seamus dubhghaill

Promoting Irish Culture and History from Little Rock, Arkansas, USA

Death of Colonel Dennis O’Kane

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dennis-o-kaneColonel Dennis O’Kane, officer in the Union Army during the American Civil War, dies on July 4, 1863 of wounds sustained the previous day when fighting with the 69th Pennsylvania Irish Brigade at the Battle of Gettysburg.

Born in Coleraine, County Londonderry, O’Kane is a tavern owner in Philadelphia, Pennsylvania and a member of the 2nd Pennsylvania Militia regiment prior to the Civil War. When the conflict starts, he helps recruit the 24th Pennsylvania Volunteer Infantry, a unit that has the 2nd Pennsylvania Militia as its nucleus. Commissioned Major, Field and Staff, on May 1, 1861, he is with his regiment as it serves first in Maryland and then Virginia before their enlistment expires in July 1861.

In August 1861 O’Kane joins with many of the men from the 24th Pennsylvania in re-enlisting to continue the war effort, and they form the basis of what becomes the 69th Pennsylvania Infantry Regiment. Commissioned Lieutenant Colonel, Field and Staff on August 19, 1861, his new regiment is composed largely of Irish immigrants like himself, and they emblazon the Irish harp on their flag. The unit eventually is joined with the 71st, 72nd and 106th Pennsylvania Infantry Regiments to form the famous Philadelphia Brigade.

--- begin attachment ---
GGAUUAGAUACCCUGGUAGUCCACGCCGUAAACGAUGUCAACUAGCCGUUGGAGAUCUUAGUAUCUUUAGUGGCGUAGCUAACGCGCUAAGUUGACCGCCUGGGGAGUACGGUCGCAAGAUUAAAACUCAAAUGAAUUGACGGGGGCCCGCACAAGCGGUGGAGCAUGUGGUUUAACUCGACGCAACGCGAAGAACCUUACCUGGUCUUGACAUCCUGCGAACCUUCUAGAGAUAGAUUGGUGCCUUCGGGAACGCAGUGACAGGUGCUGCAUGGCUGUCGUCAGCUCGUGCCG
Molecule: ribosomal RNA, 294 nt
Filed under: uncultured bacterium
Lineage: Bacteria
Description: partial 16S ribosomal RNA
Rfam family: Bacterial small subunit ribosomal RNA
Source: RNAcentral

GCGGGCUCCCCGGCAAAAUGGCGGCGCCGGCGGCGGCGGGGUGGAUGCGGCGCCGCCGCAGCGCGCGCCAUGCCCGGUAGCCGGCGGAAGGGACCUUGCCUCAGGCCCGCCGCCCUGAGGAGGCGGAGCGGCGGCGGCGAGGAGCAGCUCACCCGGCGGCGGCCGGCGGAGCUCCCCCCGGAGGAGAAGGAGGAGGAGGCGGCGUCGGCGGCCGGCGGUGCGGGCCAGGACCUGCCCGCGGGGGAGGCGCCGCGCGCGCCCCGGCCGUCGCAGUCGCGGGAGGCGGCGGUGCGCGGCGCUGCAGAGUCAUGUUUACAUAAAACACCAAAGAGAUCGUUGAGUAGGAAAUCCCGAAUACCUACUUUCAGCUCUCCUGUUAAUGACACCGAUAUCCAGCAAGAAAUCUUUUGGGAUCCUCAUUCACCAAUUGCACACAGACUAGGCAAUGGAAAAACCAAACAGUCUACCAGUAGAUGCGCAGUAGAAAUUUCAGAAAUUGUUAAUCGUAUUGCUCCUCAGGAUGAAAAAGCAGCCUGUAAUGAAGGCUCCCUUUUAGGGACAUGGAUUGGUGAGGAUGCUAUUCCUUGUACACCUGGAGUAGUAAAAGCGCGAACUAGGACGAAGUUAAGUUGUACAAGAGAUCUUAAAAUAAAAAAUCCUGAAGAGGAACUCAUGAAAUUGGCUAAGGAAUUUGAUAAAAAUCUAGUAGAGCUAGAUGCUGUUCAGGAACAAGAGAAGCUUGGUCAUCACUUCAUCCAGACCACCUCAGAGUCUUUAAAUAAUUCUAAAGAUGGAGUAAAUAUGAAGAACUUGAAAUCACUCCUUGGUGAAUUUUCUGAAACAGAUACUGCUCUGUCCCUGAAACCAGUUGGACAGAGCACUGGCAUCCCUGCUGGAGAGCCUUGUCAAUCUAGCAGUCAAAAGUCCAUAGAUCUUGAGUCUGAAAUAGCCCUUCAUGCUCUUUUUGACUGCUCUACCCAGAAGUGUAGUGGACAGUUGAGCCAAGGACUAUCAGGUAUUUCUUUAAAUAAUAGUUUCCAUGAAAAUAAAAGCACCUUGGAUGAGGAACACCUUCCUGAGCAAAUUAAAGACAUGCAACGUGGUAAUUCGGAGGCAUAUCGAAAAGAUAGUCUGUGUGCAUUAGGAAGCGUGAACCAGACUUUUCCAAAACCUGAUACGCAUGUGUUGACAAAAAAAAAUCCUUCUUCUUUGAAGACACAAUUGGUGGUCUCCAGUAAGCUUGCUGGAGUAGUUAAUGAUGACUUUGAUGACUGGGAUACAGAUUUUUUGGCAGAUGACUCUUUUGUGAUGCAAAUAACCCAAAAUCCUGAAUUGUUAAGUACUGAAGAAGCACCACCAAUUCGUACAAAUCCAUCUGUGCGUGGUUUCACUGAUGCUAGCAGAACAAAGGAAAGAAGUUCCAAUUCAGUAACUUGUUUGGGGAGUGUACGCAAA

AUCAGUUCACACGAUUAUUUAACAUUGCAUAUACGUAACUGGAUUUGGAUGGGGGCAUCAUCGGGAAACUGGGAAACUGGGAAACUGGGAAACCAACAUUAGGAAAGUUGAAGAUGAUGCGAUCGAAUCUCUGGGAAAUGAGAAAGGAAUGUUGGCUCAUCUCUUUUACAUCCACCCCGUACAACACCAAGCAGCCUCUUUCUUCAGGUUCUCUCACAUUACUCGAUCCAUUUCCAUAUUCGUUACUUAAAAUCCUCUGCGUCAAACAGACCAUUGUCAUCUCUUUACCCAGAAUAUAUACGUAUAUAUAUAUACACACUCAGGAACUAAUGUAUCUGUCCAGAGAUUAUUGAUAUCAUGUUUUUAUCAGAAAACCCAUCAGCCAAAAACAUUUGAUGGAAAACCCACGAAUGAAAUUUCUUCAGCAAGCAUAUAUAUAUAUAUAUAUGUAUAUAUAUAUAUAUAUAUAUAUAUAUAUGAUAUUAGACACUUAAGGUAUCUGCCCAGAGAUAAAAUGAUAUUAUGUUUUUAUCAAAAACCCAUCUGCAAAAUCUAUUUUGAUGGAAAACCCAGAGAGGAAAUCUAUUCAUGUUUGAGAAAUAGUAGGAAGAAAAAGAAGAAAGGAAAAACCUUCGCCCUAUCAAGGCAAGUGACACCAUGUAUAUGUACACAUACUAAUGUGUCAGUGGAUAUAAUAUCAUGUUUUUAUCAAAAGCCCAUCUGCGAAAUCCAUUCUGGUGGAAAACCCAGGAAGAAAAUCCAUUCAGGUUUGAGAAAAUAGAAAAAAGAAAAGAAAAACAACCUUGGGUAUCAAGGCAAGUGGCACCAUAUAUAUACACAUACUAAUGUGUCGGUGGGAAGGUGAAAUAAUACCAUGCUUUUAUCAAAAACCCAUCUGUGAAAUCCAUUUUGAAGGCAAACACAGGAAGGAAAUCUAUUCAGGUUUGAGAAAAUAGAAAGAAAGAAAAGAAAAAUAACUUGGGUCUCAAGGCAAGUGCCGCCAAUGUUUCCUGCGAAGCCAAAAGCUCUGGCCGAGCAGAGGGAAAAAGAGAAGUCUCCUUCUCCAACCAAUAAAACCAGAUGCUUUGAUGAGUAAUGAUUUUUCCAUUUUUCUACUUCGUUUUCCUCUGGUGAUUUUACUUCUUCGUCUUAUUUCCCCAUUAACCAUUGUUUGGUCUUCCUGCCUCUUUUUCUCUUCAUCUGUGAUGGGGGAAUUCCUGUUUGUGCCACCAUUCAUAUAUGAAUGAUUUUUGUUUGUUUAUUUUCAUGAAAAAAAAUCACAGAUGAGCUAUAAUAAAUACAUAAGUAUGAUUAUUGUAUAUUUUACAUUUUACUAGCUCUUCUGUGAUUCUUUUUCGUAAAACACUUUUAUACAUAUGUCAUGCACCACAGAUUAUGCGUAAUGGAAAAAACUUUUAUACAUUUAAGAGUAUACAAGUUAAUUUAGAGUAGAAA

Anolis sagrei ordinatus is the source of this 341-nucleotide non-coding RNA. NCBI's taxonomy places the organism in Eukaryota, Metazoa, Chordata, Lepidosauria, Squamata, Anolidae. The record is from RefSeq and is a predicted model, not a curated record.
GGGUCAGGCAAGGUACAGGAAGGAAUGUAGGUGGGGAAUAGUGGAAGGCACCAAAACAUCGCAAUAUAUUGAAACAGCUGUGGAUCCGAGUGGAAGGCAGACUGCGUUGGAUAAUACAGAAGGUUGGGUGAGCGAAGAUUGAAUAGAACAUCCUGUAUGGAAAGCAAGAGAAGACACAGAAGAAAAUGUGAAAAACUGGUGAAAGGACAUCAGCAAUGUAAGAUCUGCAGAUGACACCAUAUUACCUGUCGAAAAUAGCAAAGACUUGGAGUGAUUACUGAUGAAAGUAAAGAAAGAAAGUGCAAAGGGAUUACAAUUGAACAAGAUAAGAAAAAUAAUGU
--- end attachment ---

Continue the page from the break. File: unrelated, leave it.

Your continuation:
O’ Kane serves as second-in-command through 1862, participating in the Peninsular Campaign of May and June, the Second Battle of Bull Run in August, and the September 1862 Battle of Antietam, where his brigade is caught in the West Woods area and takes heavy losses. In November 1862, the 69th Pennsylvania’s commander, Colonel Joshua T. Owen, is promoted to Brigadier General, US Volunteers. O’Kane is advanced to Colonel on December 1, 1862 to fill the vacancy.

At the Battle of Fredericksburg on December 14, 1862, O’Kane leads his men in the third of four waves of futile Union charges on strong Confederate positions at Marye’s Heights south of the town, and sees his regiment sustain fifty-one casualties. In May 1863 during the Battle of Chancellorsville, his brigade is held in reserve and sees limited action.